Using a singular multi-range power supply to test multiple DUTs or one DUT with multiple voltage and current settings
Power supplies will typically follow a “square” power profile where the rated power is only delivered at the maximum voltage and current (Figure 3). In instances where the user has a device under test (DUT) that has an input voltage less than the rated voltage of the power supply and an input current that is less than the rated current of the power supply, the square power profile will suffice. However, this is given that the rated power (I*V) of the DUT is both consistent in operating conditions and far less than that of the conventional rectangular output power supply.
Figure 3: Conventional power supply with a square power profile. Image courtesy of Kikusui.
There are, however, many cases where the DUT will draw constant power under different input conditions. DUTs such as DC motor drives, regulated DC-DC supplies, and data center switches will all operate under a wide input voltage range. This means these devices will also pull more current in the lower half of their voltage range. This is often where the square power profile will fall short. So, for example, a DUT may have a voltage range from 12 V up to 42 V with a current range from 8 A to 28 A for a total power rating of 336 W (see Figure 4).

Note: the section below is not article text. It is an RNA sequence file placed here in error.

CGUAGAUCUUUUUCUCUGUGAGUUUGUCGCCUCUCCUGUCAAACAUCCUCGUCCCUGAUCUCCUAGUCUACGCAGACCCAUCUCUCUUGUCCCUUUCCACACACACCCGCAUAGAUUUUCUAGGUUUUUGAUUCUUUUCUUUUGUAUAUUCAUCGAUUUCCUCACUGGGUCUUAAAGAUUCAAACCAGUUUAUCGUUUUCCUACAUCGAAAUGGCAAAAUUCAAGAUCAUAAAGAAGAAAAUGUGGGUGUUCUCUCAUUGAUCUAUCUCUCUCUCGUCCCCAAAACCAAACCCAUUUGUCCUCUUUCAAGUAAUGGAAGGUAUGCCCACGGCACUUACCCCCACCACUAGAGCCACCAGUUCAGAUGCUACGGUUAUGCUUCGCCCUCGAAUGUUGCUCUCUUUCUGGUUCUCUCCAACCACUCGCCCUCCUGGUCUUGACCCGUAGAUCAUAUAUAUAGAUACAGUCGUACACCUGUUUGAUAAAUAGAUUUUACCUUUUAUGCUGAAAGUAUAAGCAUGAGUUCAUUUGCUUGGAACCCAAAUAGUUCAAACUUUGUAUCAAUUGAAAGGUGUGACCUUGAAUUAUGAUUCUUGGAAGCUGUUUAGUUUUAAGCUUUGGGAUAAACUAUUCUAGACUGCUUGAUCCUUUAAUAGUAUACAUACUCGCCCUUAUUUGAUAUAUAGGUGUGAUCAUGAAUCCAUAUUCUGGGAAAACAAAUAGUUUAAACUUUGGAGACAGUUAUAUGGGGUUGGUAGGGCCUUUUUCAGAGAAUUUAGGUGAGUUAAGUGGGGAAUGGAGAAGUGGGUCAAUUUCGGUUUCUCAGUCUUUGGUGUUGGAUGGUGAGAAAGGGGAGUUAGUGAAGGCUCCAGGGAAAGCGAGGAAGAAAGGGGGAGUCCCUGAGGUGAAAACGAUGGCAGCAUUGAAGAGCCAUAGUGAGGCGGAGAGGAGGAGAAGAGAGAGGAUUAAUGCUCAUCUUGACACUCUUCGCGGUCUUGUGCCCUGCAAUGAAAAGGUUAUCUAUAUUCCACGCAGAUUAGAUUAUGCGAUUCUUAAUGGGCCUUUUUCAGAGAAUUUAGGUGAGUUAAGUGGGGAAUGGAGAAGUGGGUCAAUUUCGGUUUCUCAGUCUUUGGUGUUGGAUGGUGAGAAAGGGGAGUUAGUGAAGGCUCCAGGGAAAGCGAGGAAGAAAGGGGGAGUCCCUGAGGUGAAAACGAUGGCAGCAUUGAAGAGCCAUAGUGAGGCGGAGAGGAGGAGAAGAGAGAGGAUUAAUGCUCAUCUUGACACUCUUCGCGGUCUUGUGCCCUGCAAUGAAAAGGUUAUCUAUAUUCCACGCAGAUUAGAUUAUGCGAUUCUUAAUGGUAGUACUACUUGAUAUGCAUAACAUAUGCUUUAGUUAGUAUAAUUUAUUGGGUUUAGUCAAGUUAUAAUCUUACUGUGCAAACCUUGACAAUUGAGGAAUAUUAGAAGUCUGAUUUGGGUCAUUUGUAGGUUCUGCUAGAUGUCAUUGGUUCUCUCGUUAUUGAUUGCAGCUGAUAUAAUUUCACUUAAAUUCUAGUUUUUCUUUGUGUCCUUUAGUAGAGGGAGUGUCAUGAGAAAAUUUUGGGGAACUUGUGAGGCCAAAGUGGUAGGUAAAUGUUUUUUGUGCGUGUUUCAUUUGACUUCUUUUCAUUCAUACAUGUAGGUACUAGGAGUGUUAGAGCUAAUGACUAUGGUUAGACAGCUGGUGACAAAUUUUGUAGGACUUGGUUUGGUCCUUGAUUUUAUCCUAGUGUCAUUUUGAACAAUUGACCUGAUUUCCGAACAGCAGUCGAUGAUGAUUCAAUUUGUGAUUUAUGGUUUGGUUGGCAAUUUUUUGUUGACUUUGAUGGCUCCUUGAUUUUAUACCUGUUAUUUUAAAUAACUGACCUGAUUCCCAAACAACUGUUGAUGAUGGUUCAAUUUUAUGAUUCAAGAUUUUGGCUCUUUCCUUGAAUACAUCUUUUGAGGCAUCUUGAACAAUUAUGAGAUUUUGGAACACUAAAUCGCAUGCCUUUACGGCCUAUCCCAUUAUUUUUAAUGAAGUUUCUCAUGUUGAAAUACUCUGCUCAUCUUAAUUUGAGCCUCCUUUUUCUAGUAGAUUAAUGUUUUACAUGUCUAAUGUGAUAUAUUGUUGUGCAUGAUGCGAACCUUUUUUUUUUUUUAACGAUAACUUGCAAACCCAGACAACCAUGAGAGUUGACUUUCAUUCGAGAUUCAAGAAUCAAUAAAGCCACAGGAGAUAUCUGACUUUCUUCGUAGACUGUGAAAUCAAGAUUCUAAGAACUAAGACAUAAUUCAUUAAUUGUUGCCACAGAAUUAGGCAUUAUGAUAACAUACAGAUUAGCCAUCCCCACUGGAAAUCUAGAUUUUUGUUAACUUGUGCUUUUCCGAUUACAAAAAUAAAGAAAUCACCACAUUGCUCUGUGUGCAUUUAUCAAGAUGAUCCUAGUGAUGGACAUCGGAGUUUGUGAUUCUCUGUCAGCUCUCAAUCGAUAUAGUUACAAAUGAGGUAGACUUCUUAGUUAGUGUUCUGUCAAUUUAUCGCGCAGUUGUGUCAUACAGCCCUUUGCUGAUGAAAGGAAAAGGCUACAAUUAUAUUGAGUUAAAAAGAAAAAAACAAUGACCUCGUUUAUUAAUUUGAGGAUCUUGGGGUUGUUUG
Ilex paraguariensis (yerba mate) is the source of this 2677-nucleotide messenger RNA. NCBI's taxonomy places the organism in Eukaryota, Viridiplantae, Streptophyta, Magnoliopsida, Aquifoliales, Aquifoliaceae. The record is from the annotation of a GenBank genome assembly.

To test this DUT, a single-ranged unit such as the PAS60-18 (a unit with a square power profile) might seem more than sufficient: the PAS60-18 has a power rating of 1.08 kW with a maximum voltage rating of 60 volts. However, this means that the maximum current offered by this unit would be 18 amps. This falls short for our DUT as it will need to be tested up to 28 amps. One potential solution would be to parallel two PAS60-18 units to double the current rating to 36 amps, but this increases test complexity, cost, and space.
At 750 watts, a single multi-range PWX750ML offers less than half the rated power of two PAS60-18 units (2.16 kW) but can actually cover this testing range with a voltage range from 26.8 V to 80 V and a current range up to 28 amps. This characteristic also allows the PWX750ML to test multiple DUTs with the same equipment, saving on lab cost and space.
Figure 4: Example with four different DUTs covering a voltage range from 12 V to 42 V and current range up to 28 A. The multi-range PWX750ML covers all of these DUTs, or a singular DUT that covers this range. Image courtesy of Kikusui.
Simulating battery behavior with a variable internal resistance
Some DUTs will change in internal resistance. Fuel cells and batteries will both exhibit this type of behavior where the voltage output will decrease as a result of an increasing internal resistance. These devices are found everywhere from power conditioners and power tools to fuel cell vehicles and avionics.
With a conventional constant voltage power supply, the only solution to simulate this feature would be to connect external circuits that adjust the voltage based on a change in current. However, changing the resistance value internally is much more desirable as it saves on test bench space, cost, and complexity by removing the need to design external jigs for all the different batteries that may be simulated (Figure 5).